Montana Emigration and Immigration

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Montana Wiki Topics
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Beginning Research
Record Types
Montana Background
Cultural Groups
Local Research Resources

How to Find the Records[edit | edit source]

Online Records[edit | edit source]

Cultural Groups[edit | edit source]

Offices to Contact[edit | edit source]

Although many records are included in the online records listed above, there are other records available through these archives and offices. For example, there are many minor ports that have not yet been digitized. There are also records for more recent time periods. For privacy reasons, some records can only be accessed after providing proof that your ancestor is now deceased.

U.S. Citizenship and and Immigration Services Genealogy Program[edit | edit source]

The USCIS Genealogy Program is a fee-for-service program that provides researchers with timely access to historical immigration and naturalization records of deceased immigrants. If the immigrant was born less than 100 years ago, you will also need to provide proof of his/her death.

Immigration Records Available[edit | edit source]
  • A-Files: Immigrant Files, (A-Files) are the individual alien case files, which became the official file for all immigration records created or consolidated since April 1, 1944.
  • Alien Registration Forms (AR-2s): Alien Registration Forms (Form AR-2) are copies of approximately 5.5 million Alien Registration Forms completed by all aliens age 14 and older, residing in or entering the United States between August 1, 1940 and March 31, 1944.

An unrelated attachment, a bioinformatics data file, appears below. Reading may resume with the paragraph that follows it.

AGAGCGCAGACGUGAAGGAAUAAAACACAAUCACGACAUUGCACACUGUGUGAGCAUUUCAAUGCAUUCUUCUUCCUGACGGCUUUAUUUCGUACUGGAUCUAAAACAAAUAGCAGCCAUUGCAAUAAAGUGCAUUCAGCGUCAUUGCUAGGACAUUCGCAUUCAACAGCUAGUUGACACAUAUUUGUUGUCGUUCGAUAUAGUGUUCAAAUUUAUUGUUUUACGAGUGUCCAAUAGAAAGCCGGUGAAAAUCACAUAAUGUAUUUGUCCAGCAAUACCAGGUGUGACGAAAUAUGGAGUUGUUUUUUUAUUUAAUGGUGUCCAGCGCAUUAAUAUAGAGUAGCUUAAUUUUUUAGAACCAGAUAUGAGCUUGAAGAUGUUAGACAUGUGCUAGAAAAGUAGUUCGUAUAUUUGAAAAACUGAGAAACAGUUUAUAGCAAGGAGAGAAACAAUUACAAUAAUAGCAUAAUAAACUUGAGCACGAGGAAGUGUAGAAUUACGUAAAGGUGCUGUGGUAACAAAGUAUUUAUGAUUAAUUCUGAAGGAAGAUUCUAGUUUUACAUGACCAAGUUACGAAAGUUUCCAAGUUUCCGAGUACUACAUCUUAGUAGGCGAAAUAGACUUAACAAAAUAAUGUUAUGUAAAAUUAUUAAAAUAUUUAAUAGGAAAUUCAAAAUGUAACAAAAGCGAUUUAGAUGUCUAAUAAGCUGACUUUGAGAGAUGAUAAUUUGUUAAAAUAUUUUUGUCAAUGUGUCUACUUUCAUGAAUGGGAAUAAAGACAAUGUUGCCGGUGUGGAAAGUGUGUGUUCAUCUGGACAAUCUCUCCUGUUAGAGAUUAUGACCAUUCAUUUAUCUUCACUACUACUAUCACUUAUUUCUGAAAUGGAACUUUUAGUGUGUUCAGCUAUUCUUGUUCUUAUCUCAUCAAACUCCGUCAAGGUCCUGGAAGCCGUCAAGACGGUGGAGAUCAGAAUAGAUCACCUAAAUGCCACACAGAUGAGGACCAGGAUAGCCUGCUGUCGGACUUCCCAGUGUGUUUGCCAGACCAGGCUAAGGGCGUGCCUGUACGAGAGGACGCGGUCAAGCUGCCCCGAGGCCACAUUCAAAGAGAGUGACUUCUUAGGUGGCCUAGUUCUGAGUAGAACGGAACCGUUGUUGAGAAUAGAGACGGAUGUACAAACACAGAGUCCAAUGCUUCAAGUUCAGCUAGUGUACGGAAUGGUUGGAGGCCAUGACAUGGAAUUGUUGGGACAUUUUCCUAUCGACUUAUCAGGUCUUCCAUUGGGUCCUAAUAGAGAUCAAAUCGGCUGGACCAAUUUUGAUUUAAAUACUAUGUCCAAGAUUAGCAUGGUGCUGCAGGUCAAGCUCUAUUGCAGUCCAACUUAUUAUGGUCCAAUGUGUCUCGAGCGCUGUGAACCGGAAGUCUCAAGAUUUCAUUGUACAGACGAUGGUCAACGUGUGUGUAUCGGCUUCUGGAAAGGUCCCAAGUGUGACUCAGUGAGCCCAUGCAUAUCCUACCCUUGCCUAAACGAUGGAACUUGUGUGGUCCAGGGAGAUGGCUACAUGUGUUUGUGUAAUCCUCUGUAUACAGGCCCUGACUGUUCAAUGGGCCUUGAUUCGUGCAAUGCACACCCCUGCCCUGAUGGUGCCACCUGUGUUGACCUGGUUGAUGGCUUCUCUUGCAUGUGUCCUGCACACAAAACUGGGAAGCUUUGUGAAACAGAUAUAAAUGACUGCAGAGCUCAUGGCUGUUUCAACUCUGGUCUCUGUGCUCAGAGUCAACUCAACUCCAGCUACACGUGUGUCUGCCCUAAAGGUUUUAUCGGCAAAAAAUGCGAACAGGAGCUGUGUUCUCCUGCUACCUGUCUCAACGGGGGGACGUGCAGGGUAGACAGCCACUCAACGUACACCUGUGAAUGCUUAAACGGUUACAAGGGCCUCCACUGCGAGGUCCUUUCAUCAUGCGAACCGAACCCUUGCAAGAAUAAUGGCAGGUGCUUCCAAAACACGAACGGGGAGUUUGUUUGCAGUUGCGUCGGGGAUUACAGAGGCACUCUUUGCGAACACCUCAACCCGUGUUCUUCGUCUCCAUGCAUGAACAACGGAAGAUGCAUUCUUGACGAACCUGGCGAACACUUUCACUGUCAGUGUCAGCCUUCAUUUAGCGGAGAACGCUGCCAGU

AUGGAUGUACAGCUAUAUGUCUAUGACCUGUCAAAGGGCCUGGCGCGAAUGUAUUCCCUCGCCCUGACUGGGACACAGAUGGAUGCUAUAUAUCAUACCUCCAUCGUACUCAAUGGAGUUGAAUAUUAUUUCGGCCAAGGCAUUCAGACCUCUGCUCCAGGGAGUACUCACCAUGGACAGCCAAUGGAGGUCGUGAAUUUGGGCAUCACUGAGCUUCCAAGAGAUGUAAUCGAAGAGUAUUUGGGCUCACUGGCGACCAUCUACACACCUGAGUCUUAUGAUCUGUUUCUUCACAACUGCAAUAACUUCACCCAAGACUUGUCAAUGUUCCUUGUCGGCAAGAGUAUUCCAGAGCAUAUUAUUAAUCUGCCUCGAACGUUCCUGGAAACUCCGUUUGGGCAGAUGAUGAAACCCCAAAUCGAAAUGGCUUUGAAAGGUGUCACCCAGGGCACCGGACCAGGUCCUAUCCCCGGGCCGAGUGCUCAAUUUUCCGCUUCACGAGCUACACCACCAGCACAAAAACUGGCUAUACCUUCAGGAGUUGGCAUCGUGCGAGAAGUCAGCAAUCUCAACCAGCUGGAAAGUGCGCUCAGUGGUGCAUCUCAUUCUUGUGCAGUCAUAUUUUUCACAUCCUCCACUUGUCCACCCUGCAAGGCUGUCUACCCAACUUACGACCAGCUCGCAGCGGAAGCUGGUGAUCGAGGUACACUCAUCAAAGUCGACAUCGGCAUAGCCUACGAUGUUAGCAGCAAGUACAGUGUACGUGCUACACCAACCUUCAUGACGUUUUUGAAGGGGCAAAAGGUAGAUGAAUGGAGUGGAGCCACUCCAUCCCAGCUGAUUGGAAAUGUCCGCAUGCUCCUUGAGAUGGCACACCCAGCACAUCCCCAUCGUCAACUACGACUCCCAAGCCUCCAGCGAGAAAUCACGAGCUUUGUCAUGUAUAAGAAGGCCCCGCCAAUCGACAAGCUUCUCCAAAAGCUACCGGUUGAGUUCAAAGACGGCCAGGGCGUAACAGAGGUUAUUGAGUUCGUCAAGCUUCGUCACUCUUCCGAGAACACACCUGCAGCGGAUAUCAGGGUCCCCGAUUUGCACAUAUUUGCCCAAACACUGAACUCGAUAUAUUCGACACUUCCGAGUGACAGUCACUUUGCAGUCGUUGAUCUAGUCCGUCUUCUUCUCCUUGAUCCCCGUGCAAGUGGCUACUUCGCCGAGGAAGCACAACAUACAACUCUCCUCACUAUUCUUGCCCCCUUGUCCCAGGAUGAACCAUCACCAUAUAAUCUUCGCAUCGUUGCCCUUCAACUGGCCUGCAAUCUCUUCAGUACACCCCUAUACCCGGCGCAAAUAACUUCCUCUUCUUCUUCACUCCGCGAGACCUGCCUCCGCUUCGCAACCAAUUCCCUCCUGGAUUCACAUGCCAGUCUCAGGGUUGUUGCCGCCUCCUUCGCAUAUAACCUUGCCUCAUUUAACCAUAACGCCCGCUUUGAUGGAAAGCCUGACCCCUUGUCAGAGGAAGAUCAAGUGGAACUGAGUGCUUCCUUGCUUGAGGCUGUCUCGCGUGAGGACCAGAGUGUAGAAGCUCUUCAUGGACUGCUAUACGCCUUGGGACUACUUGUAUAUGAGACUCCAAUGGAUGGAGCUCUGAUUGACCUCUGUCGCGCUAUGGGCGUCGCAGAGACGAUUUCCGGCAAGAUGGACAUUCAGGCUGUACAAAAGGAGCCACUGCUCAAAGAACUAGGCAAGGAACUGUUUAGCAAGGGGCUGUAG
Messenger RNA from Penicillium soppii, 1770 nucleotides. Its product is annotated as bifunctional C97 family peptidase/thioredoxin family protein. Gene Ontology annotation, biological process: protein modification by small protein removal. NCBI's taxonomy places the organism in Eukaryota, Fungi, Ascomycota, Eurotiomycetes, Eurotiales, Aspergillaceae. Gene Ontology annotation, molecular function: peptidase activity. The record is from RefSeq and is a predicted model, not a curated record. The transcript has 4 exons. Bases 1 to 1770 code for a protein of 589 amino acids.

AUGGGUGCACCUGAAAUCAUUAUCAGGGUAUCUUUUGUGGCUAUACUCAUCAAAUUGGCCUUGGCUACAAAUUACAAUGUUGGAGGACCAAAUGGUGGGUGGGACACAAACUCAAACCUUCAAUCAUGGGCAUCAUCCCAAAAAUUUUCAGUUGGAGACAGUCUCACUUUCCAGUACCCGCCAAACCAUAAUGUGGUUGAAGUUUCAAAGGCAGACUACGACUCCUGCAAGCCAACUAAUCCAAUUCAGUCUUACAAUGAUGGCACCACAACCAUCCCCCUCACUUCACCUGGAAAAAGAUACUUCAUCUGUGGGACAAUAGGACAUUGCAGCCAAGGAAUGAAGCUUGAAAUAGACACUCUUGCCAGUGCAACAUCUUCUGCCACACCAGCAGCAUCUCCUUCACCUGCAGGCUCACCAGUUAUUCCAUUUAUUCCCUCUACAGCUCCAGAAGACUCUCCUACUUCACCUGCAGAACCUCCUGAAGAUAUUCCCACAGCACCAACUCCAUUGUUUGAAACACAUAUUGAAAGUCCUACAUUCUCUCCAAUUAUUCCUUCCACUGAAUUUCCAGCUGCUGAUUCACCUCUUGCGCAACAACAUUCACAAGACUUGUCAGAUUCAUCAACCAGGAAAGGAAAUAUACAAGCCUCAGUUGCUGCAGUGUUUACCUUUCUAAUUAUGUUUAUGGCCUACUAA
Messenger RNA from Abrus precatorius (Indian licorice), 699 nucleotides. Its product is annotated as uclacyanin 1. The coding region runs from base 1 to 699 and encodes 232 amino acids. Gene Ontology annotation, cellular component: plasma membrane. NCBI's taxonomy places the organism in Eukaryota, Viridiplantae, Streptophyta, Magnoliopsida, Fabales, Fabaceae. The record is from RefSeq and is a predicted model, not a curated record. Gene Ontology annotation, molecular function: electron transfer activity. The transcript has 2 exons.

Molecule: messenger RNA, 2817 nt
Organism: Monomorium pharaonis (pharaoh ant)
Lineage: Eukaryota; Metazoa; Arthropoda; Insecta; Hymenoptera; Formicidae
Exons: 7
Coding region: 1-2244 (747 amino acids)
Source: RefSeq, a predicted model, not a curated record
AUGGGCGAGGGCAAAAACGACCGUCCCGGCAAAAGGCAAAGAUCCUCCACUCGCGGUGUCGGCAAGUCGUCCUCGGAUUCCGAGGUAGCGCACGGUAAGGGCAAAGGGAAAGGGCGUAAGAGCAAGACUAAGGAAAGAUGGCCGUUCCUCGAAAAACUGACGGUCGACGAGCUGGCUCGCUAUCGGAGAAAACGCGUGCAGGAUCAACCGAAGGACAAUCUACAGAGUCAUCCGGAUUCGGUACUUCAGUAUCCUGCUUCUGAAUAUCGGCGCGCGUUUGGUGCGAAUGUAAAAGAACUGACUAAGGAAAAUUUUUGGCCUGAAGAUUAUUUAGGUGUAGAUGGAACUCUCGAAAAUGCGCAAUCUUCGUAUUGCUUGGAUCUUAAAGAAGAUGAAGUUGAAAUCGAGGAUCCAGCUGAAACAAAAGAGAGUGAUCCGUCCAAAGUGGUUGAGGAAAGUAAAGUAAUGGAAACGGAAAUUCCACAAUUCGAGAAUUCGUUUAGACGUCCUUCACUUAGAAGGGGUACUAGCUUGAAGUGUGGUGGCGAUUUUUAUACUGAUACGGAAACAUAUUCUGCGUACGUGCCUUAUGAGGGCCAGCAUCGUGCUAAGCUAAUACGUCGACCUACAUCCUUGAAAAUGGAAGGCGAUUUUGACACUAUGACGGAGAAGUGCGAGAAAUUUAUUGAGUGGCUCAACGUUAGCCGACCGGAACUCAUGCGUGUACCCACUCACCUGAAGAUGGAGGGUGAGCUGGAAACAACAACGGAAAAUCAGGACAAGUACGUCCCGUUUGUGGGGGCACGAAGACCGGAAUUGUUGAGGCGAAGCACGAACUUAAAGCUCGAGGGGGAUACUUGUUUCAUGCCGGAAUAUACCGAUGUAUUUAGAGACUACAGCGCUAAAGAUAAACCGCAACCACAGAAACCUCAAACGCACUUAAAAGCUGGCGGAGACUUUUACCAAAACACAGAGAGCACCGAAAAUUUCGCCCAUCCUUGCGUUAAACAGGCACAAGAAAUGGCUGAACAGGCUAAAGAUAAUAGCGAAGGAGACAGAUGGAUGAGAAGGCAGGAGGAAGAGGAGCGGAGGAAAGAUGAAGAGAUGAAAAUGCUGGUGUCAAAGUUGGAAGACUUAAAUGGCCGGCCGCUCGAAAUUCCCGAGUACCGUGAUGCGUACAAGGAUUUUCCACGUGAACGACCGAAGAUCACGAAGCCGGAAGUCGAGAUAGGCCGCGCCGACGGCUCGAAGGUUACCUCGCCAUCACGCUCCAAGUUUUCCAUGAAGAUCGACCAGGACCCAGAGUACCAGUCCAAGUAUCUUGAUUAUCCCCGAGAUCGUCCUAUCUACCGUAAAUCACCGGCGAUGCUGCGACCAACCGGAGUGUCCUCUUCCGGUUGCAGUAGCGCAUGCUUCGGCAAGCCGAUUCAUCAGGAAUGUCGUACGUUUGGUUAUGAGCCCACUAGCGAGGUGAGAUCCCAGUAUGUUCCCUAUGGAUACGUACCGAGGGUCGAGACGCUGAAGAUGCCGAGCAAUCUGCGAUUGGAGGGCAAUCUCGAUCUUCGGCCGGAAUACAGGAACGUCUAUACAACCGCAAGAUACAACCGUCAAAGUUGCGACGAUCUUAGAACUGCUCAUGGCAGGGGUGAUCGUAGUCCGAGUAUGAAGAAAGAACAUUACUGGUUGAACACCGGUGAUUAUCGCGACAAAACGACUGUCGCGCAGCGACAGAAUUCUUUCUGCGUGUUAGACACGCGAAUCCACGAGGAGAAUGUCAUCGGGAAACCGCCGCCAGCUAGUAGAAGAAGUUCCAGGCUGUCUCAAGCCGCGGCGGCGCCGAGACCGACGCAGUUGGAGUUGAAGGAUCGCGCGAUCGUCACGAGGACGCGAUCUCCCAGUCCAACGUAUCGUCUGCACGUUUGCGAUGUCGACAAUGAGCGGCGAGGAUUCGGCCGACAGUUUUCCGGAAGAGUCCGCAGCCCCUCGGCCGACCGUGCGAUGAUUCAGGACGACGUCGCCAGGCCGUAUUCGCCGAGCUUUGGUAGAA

• Registry Files: Registry Files are records, which document the creation of immigrant arrival records for persons who entered the United States prior to July 1, 1924, and for whom no arrival record could later be found.
  • Visa Files: Visa Files are original arrival records of immigrants admitted for permanent residence under provisions of the Immigration Act of 1924.[1]
Requesting a Record[edit | edit source]

Finding Town of Origin[edit | edit source]

Records in the countries emigrated from are kept on the local level. You must first identify the name of the town where your ancestors lived to access those records. If you do not yet know the name of the town of your ancestor's birth, there are well-known strategies for a thorough hunt for it.

Background[edit | edit source]

  • Pre-statehood settlers of Montana were trappers, missionaries, miners, cattlemen, farmers, and lumbermen. They came primarily from the mid-western states, although refugees from Confederate states came to the early mining camps.
  • Some immigrants from Europe came to work in the mines, and others joined mid-westerners in homesteading parts of eastern Montana.
  • Between 1910 and 1920 a homestead boom brought thousands of settlers, but years of drought in the 1920s caused many of them to leave the state.
  • In 1920 nearly half the Montana population was foreign-born. Most immigrants were from Germany, Canada, Ireland, Norway, England, Sweden, or Austria.
  • Many overseas immigrants to Montana came through the port of New York or other East Coast ports.

Immigration Records[edit | edit source]